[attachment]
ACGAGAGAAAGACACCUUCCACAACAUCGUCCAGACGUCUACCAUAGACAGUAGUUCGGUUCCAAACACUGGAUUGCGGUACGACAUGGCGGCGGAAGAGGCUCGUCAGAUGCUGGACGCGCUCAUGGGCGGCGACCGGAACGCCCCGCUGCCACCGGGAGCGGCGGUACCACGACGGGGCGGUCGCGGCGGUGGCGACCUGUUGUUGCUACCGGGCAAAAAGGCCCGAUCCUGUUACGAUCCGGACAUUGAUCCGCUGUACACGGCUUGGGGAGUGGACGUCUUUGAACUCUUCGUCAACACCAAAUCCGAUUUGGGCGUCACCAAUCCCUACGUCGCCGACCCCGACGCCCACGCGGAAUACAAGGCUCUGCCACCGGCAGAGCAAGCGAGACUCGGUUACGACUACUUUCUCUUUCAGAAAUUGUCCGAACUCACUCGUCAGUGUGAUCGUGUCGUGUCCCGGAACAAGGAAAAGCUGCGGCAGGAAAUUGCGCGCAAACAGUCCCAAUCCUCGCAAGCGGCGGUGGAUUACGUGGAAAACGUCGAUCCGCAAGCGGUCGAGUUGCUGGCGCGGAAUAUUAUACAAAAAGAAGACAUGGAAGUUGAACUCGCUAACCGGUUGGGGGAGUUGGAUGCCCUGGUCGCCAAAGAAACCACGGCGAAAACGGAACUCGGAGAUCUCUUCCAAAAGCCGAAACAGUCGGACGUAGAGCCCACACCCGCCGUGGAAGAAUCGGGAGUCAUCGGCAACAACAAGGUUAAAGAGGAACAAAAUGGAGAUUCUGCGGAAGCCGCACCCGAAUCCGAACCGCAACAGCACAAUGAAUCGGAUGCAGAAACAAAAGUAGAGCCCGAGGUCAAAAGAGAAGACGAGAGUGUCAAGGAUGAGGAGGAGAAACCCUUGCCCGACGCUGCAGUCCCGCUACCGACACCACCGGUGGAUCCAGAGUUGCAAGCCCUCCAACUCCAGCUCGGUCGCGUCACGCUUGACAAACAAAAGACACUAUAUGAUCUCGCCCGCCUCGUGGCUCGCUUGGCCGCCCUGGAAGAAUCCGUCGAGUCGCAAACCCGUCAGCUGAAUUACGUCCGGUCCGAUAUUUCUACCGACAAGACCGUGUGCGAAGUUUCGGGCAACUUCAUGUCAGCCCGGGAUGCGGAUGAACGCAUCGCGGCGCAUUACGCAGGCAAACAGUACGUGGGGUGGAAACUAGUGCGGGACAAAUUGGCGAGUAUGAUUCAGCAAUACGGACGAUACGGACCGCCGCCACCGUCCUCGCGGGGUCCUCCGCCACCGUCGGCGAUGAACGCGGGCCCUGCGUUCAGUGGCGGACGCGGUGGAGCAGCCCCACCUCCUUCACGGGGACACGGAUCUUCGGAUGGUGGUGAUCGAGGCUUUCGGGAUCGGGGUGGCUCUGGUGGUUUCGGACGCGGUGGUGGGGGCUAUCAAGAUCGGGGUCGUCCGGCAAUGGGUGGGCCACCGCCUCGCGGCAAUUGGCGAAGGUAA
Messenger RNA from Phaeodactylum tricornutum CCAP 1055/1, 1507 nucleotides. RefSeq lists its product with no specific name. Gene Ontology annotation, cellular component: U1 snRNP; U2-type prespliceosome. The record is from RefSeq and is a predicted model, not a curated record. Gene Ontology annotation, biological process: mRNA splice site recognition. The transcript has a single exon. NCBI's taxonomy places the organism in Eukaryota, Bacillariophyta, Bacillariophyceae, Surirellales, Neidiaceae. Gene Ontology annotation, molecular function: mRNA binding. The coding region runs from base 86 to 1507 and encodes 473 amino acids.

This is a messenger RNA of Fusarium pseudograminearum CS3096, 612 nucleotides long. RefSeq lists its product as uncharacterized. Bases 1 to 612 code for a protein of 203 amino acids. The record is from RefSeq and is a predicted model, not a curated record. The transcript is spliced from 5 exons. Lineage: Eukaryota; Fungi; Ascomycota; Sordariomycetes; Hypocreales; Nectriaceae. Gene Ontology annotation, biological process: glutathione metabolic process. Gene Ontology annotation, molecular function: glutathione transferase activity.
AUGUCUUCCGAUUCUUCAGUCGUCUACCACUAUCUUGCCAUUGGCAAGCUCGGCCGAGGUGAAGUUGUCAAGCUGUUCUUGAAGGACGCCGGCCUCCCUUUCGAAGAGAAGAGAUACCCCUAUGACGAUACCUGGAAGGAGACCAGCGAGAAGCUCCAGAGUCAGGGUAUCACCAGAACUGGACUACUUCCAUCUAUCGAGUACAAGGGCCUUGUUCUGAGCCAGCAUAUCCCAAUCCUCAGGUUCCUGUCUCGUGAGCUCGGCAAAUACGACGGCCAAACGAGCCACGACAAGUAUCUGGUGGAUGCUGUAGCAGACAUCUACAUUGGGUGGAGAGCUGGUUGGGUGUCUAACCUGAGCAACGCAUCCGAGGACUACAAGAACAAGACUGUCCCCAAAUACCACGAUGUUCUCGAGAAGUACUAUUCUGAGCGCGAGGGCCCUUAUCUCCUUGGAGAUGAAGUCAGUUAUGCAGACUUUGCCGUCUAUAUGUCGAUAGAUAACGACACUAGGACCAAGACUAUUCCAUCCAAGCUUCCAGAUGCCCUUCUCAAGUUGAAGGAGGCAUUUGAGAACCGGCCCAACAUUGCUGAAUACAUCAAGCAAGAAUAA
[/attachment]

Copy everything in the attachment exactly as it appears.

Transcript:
ACGAGAGAAAGACACCUUCCACAACAUCGUCCAGACGUCUACCAUAGACAGUAGUUCGGUUCCAAACACUGGAUUGCGGUACGACAUGGCGGCGGAAGAGGCUCGUCAGAUGCUGGACGCGCUCAUGGGCGGCGACCGGAACGCCCCGCUGCCACCGGGAGCGGCGGUACCACGACGGGGCGGUCGCGGCGGUGGCGACCUGUUGUUGCUACCGGGCAAAAAGGCCCGAUCCUGUUACGAUCCGGACAUUGAUCCGCUGUACACGGCUUGGGGAGUGGACGUCUUUGAACUCUUCGUCAACACCAAAUCCGAUUUGGGCGUCACCAAUCCCUACGUCGCCGACCCCGACGCCCACGCGGAAUACAAGGCUCUGCCACCGGCAGAGCAAGCGAGACUCGGUUACGACUACUUUCUCUUUCAGAAAUUGUCCGAACUCACUCGUCAGUGUGAUCGUGUCGUGUCCCGGAACAAGGAAAAGCUGCGGCAGGAAAUUGCGCGCAAACAGUCCCAAUCCUCGCAAGCGGCGGUGGAUUACGUGGAAAACGUCGAUCCGCAAGCGGUCGAGUUGCUGGCGCGGAAUAUUAUACAAAAAGAAGACAUGGAAGUUGAACUCGCUAACCGGUUGGGGGAGUUGGAUGCCCUGGUCGCCAAAGAAACCACGGCGAAAACGGAACUCGGAGAUCUCUUCCAAAAGCCGAAACAGUCGGACGUAGAGCCCACACCCGCCGUGGAAGAAUCGGGAGUCAUCGGCAACAACAAGGUUAAAGAGGAACAAAAUGGAGAUUCUGCGGAAGCCGCACCCGAAUCCGAACCGCAACAGCACAAUGAAUCGGAUGCAGAAACAAAAGUAGAGCCCGAGGUCAAAAGAGAAGACGAGAGUGUCAAGGAUGAGGAGGAGAAACCCUUGCCCGACGCUGCAGUCCCGCUACCGACACCACCGGUGGAUCCAGAGUUGCAAGCCCUCCAACUCCAGCUCGGUCGCGUCACGCUUGACAAACAAAAGACACUAUAUGAUCUCGCCCGCCUCGUGGCUCGCUUGGCCGCCCUGGAAGAAUCCGUCGAGUCGCAAACCCGUCAGCUGAAUUACGUCCGGUCCGAUAUUUCUACCGACAAGACCGUGUGCGAAGUUUCGGGCAACUUCAUGUCAGCCCGGGAUGCGGAUGAACGCAUCGCGGCGCAUUACGCAGGCAAACAGUACGUGGGGUGGAAACUAGUGCGGGACAAAUUGGCGAGUAUGAUUCAGCAAUACGGACGAUACGGACCGCCGCCACCGUCCUCGCGGGGUCCUCCGCCACCGUCGGCGAUGAACGCGGGCCCUGCGUUCAGUGGCGGACGCGGUGGAGCAGCCCCACCUCCUUCACGGGGACACGGAUCUUCGGAUGGUGGUGAUCGAGGCUUUCGGGAUCGGGGUGGCUCUGGUGGUUUCGGACGCGGUGGUGGGGGCUAUCAAGAUCGGGGUCGUCCGGCAAUGGGUGGGCCACCGCCUCGCGGCAAUUGGCGAAGGUAA
Messenger RNA from Phaeodactylum tricornutum CCAP 1055/1, 1507 nucleotides. RefSeq lists its product with no specific name. Gene Ontology annotation, cellular component: U1 snRNP; U2-type prespliceosome. The record is from RefSeq and is a predicted model, not a curated record. Gene Ontology annotation, biological process: mRNA splice site recognition. The transcript has a single exon. NCBI's taxonomy places the organism in Eukaryota, Bacillariophyta, Bacillariophyceae, Surirellales, Neidiaceae. Gene Ontology annotation, molecular function: mRNA binding. The coding region runs from base 86 to 1507 and encodes 473 amino acids.

This is a messenger RNA of Fusarium pseudograminearum CS3096, 612 nucleotides long. RefSeq lists its product as uncharacterized. Bases 1 to 612 code for a protein of 203 amino acids. The record is from RefSeq and is a predicted model, not a curated record. The transcript is spliced from 5 exons. Lineage: Eukaryota; Fungi; Ascomycota; Sordariomycetes; Hypocreales; Nectriaceae. Gene Ontology annotation, biological process: glutathione metabolic process. Gene Ontology annotation, molecular function: glutathione transferase activity.
AUGUCUUCCGAUUCUUCAGUCGUCUACCACUAUCUUGCCAUUGGCAAGCUCGGCCGAGGUGAAGUUGUCAAGCUGUUCUUGAAGGACGCCGGCCUCCCUUUCGAAGAGAAGAGAUACCCCUAUGACGAUACCUGGAAGGAGACCAGCGAGAAGCUCCAGAGUCAGGGUAUCACCAGAACUGGACUACUUCCAUCUAUCGAGUACAAGGGCCUUGUUCUGAGCCAGCAUAUCCCAAUCCUCAGGUUCCUGUCUCGUGAGCUCGGCAAAUACGACGGCCAAACGAGCCACGACAAGUAUCUGGUGGAUGCUGUAGCAGACAUCUACAUUGGGUGGAGAGCUGGUUGGGUGUCUAACCUGAGCAACGCAUCCGAGGACUACAAGAACAAGACUGUCCCCAAAUACCACGAUGUUCUCGAGAAGUACUAUUCUGAGCGCGAGGGCCCUUAUCUCCUUGGAGAUGAAGUCAGUUAUGCAGACUUUGCCGUCUAUAUGUCGAUAGAUAACGACACUAGGACCAAGACUAUUCCAUCCAAGCUUCCAGAUGCCCUUCUCAAGUUGAAGGAGGCAUUUGAGAACCGGCCCAACAUUGCUGAAUACAUCAAGCAAGAAUAA